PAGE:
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Nat Neurosci. 2015 Jul;18(7):953-5. doi: 10.1038/nn.4040. Epub 2015 Jun 8.

Polygenic risk scores for schizophrenia and bipolar disorder predict creativity.

Author information

1
1] deCODE Genetics/Amgen, Reykjavík, Iceland. [2] MRC Social, Genetic and Developmental Psychiatry Centre, Institute of Psychiatry, King's College London, London, UK.
2
deCODE Genetics/Amgen, Reykjavík, Iceland.
3
Erasmus School of Economics, Erasmus University Rotterdam, Rotterdam, the Netherlands.
4
Department of Biological Psychology and Netherlands Twin Register, VU University Amsterdam, Amsterdam, the Netherlands.
5
Department of Economics, Stockholm School of Economics, Stockholm, Sweden.
6
Radboud University Medical Center, Radboud Institute for Health Sciences, Nijmegen, the Netherlands.
7
Center for Experimental Social Science, New York University, New York, New York, USA.
8
Center for Economic and Social Research, University of Southern California, Los Angeles, California, USA.
9
Department of Medical Epidemiology and Biostatistics, Karolinska Institutet, Stockholm, Sweden.
10
Karolinska Institutet, Department of Neuroscience, Stockholm, Sweden.
11
Erasmus Medical Center, Department of Epidemiology, Rotterdam, the Netherlands.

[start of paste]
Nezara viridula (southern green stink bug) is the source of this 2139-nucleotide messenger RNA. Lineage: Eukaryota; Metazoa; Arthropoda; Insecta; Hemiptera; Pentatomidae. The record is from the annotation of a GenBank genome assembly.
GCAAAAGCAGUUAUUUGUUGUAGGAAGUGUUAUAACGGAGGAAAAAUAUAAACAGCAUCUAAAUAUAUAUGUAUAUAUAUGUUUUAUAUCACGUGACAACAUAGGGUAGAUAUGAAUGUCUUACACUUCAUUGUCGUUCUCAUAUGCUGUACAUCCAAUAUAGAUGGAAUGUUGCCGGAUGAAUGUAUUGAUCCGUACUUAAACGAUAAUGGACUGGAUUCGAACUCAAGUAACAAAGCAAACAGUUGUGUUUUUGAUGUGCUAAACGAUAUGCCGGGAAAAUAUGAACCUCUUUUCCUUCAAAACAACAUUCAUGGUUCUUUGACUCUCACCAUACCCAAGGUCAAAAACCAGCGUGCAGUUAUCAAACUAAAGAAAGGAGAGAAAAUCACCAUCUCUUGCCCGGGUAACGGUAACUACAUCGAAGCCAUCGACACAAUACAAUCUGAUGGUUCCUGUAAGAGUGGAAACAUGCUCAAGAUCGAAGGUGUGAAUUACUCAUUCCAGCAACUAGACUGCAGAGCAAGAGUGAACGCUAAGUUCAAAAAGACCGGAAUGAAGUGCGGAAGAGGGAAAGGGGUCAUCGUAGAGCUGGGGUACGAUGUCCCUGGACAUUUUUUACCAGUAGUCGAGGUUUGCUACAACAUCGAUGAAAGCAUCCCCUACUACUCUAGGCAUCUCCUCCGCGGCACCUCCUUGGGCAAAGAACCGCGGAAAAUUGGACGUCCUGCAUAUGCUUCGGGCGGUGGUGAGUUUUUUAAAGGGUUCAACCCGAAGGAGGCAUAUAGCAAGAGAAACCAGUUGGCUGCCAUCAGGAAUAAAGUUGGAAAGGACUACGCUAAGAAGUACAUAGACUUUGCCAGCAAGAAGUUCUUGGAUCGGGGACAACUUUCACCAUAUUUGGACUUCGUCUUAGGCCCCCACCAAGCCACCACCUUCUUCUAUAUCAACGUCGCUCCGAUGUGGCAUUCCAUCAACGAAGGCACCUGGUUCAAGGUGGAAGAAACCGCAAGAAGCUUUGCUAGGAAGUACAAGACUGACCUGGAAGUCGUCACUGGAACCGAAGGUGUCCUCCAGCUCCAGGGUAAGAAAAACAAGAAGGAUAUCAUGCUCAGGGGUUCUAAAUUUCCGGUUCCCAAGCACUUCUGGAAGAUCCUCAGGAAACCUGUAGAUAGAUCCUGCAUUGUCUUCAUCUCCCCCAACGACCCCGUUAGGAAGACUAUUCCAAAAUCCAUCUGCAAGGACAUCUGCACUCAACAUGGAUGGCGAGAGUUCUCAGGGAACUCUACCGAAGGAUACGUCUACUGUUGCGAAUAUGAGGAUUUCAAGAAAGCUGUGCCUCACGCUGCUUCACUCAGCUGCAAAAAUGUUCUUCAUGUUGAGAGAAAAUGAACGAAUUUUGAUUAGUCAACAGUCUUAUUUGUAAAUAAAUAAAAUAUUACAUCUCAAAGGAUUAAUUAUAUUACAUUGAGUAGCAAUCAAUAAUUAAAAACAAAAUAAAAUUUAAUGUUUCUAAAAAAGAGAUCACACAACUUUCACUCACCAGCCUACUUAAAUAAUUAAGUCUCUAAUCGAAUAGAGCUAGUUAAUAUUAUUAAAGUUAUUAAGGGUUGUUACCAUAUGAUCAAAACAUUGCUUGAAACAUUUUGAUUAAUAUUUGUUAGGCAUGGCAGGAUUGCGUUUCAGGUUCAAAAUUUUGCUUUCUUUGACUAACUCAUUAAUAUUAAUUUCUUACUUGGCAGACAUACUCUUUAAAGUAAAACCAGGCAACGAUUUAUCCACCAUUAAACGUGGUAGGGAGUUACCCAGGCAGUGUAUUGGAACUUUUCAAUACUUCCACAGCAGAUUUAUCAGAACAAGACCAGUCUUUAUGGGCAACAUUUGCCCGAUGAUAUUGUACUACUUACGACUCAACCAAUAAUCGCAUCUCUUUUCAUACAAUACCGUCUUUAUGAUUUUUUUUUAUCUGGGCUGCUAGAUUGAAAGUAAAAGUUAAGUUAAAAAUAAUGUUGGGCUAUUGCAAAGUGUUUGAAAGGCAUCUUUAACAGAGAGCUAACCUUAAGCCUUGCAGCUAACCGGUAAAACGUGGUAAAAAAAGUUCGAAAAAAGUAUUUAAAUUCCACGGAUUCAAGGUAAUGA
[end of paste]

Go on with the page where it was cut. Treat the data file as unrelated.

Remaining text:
12
1] Department of Psychiatry, Landspitali University Hospital, Reykjavík, Iceland. [2] Department of Anthropology, University of Iceland, Reykjavík, Iceland.
13
1] deCODE Genetics/Amgen, Reykjavík, Iceland. [2] Department of Anthropology, University of Iceland, Reykjavík, Iceland.
14
Faculty of Economics and Business, University of Amsterdam, Amsterdam, the Netherlands.

Abstract

We tested whether polygenic risk scores for schizophrenia and bipolar disorder would predict creativity. Higher scores were associated with artistic society membership or creative profession in both Icelandic (P = 5.2 × 10(-6) and 3.8 × 10(-6) for schizophrenia and bipolar disorder scores, respectively) and replication cohorts (P = 0.0021 and 0.00086). This could not be accounted for by increased relatedness between creative individuals and those with psychoses, indicating that creativity and psychosis share genetic roots.

PMID:
26053403
DOI:
10.1038/nn.4040
[Indexed for MEDLINE]

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